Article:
The attacker can overwhelm the defense. Chemical and biological warheads can be divided into many small parts--called submunitions--that can be released early in flight, just after the booster stops thrusting. This creates so many reentering targets that it overwhelms the defense and would therefore defeat any midcourse or terminal defense. Moreover, dividing the warhead into submunitions is also beneficial to the attacker because it distributes the chemical or biological agent more efficiently over the target area. US intelligence officials have stated that they believe North Korea will be able to deploy submunitions, and that this technology could be available on the world market by 2000.

The attacker can make the warhead hard to detect, leaving the defense without enough time to intercept. The infrared sensor on the interceptor, which guides it to the final intercept, detects the heat emitted by the warhead. Cooling the surface of the warhead thus makes it more difficult to detect. A small amount of liquid nitrogen in a thin shroud surrounding the warhead could cool the surface enough to reduce the distance at which the infrared sensor could detect the warhead by 10,000 times--from the hundreds of kilometers needed down to only tens of meters. The interceptor would have only a few thousandths of a second to react, in which time it could not maneuver enough to have any chance of intercepting a warhead traveling at 7,000 meters per second.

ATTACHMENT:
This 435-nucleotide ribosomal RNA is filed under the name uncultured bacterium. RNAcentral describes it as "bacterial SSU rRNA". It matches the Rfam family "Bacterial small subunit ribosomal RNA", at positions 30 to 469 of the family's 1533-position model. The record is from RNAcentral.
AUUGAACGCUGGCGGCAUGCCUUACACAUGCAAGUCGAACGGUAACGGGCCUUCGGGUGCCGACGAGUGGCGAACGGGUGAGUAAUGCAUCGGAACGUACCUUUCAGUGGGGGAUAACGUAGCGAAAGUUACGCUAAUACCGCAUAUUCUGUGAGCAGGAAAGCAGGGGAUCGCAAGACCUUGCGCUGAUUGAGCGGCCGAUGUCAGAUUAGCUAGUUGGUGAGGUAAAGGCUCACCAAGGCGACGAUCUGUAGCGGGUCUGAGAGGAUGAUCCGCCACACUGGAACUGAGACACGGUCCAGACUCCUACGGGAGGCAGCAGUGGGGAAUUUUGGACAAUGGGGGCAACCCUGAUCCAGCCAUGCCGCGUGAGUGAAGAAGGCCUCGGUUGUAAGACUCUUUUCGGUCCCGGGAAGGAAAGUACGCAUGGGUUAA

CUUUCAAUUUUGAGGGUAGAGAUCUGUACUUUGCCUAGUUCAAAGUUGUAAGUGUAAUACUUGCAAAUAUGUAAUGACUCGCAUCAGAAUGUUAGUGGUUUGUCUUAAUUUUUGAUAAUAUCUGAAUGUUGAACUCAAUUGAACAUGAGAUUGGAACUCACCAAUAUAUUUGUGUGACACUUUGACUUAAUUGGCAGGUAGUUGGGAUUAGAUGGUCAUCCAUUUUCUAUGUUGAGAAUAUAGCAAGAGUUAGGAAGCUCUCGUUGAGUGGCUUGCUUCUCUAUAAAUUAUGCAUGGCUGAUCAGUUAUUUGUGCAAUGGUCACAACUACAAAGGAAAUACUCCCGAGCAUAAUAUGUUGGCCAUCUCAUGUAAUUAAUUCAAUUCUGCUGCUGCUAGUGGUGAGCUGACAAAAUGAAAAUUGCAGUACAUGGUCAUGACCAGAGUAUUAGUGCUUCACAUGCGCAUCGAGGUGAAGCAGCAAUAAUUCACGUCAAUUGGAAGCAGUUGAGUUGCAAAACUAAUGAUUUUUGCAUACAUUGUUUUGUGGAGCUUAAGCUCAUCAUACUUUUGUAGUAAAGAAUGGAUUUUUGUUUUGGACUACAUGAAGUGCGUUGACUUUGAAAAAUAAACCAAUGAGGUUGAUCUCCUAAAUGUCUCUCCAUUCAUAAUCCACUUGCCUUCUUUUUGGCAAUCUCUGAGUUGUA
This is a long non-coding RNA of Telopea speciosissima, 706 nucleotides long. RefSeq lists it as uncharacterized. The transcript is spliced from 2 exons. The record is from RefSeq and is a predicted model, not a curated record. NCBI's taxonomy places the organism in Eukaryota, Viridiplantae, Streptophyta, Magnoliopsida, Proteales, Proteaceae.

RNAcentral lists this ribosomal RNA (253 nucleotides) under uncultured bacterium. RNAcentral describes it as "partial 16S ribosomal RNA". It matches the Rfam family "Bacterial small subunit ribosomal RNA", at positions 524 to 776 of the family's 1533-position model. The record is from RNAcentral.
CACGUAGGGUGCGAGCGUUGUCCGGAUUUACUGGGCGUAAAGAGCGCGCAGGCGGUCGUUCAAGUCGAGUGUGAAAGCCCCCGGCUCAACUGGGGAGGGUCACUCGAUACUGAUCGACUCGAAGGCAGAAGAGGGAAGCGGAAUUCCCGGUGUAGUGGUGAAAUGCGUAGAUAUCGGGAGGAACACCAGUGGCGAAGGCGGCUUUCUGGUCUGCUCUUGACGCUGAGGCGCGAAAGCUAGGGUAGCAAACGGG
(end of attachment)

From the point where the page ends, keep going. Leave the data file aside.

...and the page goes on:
Such cooling would also make the warhead much less visible to the infrared detectors on satellite-based sensors such as the planned Space and Missile Tracking System, giving the defense less time to work. Similarly, the warhead can be made more difficult to detect by radar by reducing its radar cross-section using simple techniques such as adding a sharp nose, curving its back end, and covering it with radar-absorbing material.

The attacker can prevent the defense from identifying the true warhead. Above the atmosphere, where long-range missiles would be intercepted, objects of different weights and shapes travel at the same speed and follow the same path. This allows a missile to carry a large number of lightweight decoys to confuse the defense. Moreover, these decoys do not need to be aerodynamic and need not even look like the warhead since the warhead could also be disguised. Such decoys would force the defense either to launch interceptors at all the false targets or to wait until the atmosphere strips away the lightweight objects, by which time it could be too late to launch interceptors against the warhead.

A simple and effective countermeasure is to place the warhead in a metalized mylar balloon (similar to those sold in florist shops) and release it within a large cloud of empty balloons. Each of these targets would move at the same speed and could not be distinguished by the missile defense radar. Moreover, adding a small heater to each balloon to heat each one by a different amount would prevent infrared sensors from detecting the real warhead. And, if desired, the attacker could also add a small vibrator to the balloons to mask any small motions the warhead might cause. The lightweight balloons would be stripped away by the atmosphere late in flight, but by that time they would already have done their job.